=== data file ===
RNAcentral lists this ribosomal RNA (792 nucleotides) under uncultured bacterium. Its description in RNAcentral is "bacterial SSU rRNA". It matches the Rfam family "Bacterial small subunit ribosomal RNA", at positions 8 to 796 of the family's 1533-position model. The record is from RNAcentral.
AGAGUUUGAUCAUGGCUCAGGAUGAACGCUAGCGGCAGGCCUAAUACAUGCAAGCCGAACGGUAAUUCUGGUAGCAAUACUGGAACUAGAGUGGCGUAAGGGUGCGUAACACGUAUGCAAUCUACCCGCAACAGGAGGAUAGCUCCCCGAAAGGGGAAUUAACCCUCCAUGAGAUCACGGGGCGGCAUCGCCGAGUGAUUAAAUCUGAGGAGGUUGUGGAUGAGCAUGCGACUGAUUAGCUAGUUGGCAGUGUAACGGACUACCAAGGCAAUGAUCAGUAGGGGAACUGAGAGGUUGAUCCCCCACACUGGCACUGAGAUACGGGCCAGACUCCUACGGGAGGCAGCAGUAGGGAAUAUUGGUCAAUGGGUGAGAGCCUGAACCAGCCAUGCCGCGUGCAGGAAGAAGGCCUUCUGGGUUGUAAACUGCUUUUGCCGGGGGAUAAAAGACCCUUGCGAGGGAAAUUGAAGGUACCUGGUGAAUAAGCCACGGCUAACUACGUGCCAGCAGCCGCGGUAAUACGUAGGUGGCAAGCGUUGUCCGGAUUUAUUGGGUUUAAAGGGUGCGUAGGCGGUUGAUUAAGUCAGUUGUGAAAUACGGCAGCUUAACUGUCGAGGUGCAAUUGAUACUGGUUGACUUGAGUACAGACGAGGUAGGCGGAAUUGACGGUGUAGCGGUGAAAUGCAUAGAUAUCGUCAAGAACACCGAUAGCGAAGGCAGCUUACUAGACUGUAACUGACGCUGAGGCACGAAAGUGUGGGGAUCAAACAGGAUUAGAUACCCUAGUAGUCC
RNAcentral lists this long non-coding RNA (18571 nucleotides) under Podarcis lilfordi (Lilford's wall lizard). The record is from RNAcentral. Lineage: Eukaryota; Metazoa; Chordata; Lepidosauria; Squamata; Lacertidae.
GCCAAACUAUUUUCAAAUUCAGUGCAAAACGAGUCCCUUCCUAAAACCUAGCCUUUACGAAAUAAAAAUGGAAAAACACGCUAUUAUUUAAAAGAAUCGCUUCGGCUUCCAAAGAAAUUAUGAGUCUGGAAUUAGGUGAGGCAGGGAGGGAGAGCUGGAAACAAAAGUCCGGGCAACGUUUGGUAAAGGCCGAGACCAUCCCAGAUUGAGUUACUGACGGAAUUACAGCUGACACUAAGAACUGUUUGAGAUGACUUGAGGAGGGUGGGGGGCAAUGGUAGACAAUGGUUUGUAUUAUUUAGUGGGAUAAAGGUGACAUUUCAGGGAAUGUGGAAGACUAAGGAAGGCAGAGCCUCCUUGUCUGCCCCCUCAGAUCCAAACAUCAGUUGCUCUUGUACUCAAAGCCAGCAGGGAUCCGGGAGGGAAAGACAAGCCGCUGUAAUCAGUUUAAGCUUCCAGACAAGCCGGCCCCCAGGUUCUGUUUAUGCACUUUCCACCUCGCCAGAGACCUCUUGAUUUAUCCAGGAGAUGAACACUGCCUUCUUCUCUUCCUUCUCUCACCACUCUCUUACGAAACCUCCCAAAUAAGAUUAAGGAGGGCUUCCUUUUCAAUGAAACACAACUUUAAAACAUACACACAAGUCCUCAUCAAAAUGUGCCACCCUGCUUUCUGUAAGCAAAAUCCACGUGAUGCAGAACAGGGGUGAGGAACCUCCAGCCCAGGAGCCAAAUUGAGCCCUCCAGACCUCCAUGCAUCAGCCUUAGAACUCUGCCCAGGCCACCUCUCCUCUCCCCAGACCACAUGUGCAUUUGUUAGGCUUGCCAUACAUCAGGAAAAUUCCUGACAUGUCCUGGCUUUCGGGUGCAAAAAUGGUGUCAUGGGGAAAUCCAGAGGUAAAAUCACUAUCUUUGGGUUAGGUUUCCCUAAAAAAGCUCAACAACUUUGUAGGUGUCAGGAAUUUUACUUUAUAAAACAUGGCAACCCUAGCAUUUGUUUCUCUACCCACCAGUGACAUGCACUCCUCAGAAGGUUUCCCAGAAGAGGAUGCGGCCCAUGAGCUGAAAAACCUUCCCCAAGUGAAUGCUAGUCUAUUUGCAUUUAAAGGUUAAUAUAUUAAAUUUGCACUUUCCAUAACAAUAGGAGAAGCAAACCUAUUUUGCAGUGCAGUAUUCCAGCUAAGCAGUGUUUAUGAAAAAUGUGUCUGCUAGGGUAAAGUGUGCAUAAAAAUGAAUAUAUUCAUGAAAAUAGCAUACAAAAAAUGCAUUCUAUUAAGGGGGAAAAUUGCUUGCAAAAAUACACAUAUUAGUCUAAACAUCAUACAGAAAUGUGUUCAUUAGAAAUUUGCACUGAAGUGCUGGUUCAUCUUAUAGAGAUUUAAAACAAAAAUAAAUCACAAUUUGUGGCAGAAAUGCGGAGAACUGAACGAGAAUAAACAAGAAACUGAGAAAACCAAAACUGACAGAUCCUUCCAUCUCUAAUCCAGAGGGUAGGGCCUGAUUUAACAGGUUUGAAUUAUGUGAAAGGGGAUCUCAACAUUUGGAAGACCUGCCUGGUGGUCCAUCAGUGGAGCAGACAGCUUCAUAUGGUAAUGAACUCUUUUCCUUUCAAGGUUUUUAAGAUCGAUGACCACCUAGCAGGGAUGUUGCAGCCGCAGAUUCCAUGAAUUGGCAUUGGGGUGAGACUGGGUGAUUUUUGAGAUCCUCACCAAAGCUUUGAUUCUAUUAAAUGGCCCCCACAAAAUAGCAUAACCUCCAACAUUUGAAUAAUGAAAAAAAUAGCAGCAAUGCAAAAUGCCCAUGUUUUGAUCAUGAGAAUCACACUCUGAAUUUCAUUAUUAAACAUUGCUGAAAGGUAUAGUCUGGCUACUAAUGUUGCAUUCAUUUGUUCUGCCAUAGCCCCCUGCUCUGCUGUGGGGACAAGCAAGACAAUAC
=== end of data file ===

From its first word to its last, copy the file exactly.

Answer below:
RNAcentral lists this ribosomal RNA (792 nucleotides) under uncultured bacterium. Its description in RNAcentral is "bacterial SSU rRNA". It matches the Rfam family "Bacterial small subunit ribosomal RNA", at positions 8 to 796 of the family's 1533-position model. The record is from RNAcentral.
AGAGUUUGAUCAUGGCUCAGGAUGAACGCUAGCGGCAGGCCUAAUACAUGCAAGCCGAACGGUAAUUCUGGUAGCAAUACUGGAACUAGAGUGGCGUAAGGGUGCGUAACACGUAUGCAAUCUACCCGCAACAGGAGGAUAGCUCCCCGAAAGGGGAAUUAACCCUCCAUGAGAUCACGGGGCGGCAUCGCCGAGUGAUUAAAUCUGAGGAGGUUGUGGAUGAGCAUGCGACUGAUUAGCUAGUUGGCAGUGUAACGGACUACCAAGGCAAUGAUCAGUAGGGGAACUGAGAGGUUGAUCCCCCACACUGGCACUGAGAUACGGGCCAGACUCCUACGGGAGGCAGCAGUAGGGAAUAUUGGUCAAUGGGUGAGAGCCUGAACCAGCCAUGCCGCGUGCAGGAAGAAGGCCUUCUGGGUUGUAAACUGCUUUUGCCGGGGGAUAAAAGACCCUUGCGAGGGAAAUUGAAGGUACCUGGUGAAUAAGCCACGGCUAACUACGUGCCAGCAGCCGCGGUAAUACGUAGGUGGCAAGCGUUGUCCGGAUUUAUUGGGUUUAAAGGGUGCGUAGGCGGUUGAUUAAGUCAGUUGUGAAAUACGGCAGCUUAACUGUCGAGGUGCAAUUGAUACUGGUUGACUUGAGUACAGACGAGGUAGGCGGAAUUGACGGUGUAGCGGUGAAAUGCAUAGAUAUCGUCAAGAACACCGAUAGCGAAGGCAGCUUACUAGACUGUAACUGACGCUGAGGCACGAAAGUGUGGGGAUCAAACAGGAUUAGAUACCCUAGUAGUCC
RNAcentral lists this long non-coding RNA (18571 nucleotides) under Podarcis lilfordi (Lilford's wall lizard). The record is from RNAcentral. Lineage: Eukaryota; Metazoa; Chordata; Lepidosauria; Squamata; Lacertidae.
GCCAAACUAUUUUCAAAUUCAGUGCAAAACGAGUCCCUUCCUAAAACCUAGCCUUUACGAAAUAAAAAUGGAAAAACACGCUAUUAUUUAAAAGAAUCGCUUCGGCUUCCAAAGAAAUUAUGAGUCUGGAAUUAGGUGAGGCAGGGAGGGAGAGCUGGAAACAAAAGUCCGGGCAACGUUUGGUAAAGGCCGAGACCAUCCCAGAUUGAGUUACUGACGGAAUUACAGCUGACACUAAGAACUGUUUGAGAUGACUUGAGGAGGGUGGGGGGCAAUGGUAGACAAUGGUUUGUAUUAUUUAGUGGGAUAAAGGUGACAUUUCAGGGAAUGUGGAAGACUAAGGAAGGCAGAGCCUCCUUGUCUGCCCCCUCAGAUCCAAACAUCAGUUGCUCUUGUACUCAAAGCCAGCAGGGAUCCGGGAGGGAAAGACAAGCCGCUGUAAUCAGUUUAAGCUUCCAGACAAGCCGGCCCCCAGGUUCUGUUUAUGCACUUUCCACCUCGCCAGAGACCUCUUGAUUUAUCCAGGAGAUGAACACUGCCUUCUUCUCUUCCUUCUCUCACCACUCUCUUACGAAACCUCCCAAAUAAGAUUAAGGAGGGCUUCCUUUUCAAUGAAACACAACUUUAAAACAUACACACAAGUCCUCAUCAAAAUGUGCCACCCUGCUUUCUGUAAGCAAAAUCCACGUGAUGCAGAACAGGGGUGAGGAACCUCCAGCCCAGGAGCCAAAUUGAGCCCUCCAGACCUCCAUGCAUCAGCCUUAGAACUCUGCCCAGGCCACCUCUCCUCUCCCCAGACCACAUGUGCAUUUGUUAGGCUUGCCAUACAUCAGGAAAAUUCCUGACAUGUCCUGGCUUUCGGGUGCAAAAAUGGUGUCAUGGGGAAAUCCAGAGGUAAAAUCACUAUCUUUGGGUUAGGUUUCCCUAAAAAAGCUCAACAACUUUGUAGGUGUCAGGAAUUUUACUUUAUAAAACAUGGCAACCCUAGCAUUUGUUUCUCUACCCACCAGUGACAUGCACUCCUCAGAAGGUUUCCCAGAAGAGGAUGCGGCCCAUGAGCUGAAAAACCUUCCCCAAGUGAAUGCUAGUCUAUUUGCAUUUAAAGGUUAAUAUAUUAAAUUUGCACUUUCCAUAACAAUAGGAGAAGCAAACCUAUUUUGCAGUGCAGUAUUCCAGCUAAGCAGUGUUUAUGAAAAAUGUGUCUGCUAGGGUAAAGUGUGCAUAAAAAUGAAUAUAUUCAUGAAAAUAGCAUACAAAAAAUGCAUUCUAUUAAGGGGGAAAAUUGCUUGCAAAAAUACACAUAUUAGUCUAAACAUCAUACAGAAAUGUGUUCAUUAGAAAUUUGCACUGAAGUGCUGGUUCAUCUUAUAGAGAUUUAAAACAAAAAUAAAUCACAAUUUGUGGCAGAAAUGCGGAGAACUGAACGAGAAUAAACAAGAAACUGAGAAAACCAAAACUGACAGAUCCUUCCAUCUCUAAUCCAGAGGGUAGGGCCUGAUUUAACAGGUUUGAAUUAUGUGAAAGGGGAUCUCAACAUUUGGAAGACCUGCCUGGUGGUCCAUCAGUGGAGCAGACAGCUUCAUAUGGUAAUGAACUCUUUUCCUUUCAAGGUUUUUAAGAUCGAUGACCACCUAGCAGGGAUGUUGCAGCCGCAGAUUCCAUGAAUUGGCAUUGGGGUGAGACUGGGUGAUUUUUGAGAUCCUCACCAAAGCUUUGAUUCUAUUAAAUGGCCCCCACAAAAUAGCAUAACCUCCAACAUUUGAAUAAUGAAAAAAAUAGCAGCAAUGCAAAAUGCCCAUGUUUUGAUCAUGAGAAUCACACUCUGAAUUUCAUUAUUAAACAUUGCUGAAAGGUAUAGUCUGGCUACUAAUGUUGCAUUCAUUUGUUCUGCCAUAGCCCCCUGCUCUGCUGUGGGGACAAGCAAGACAAUAC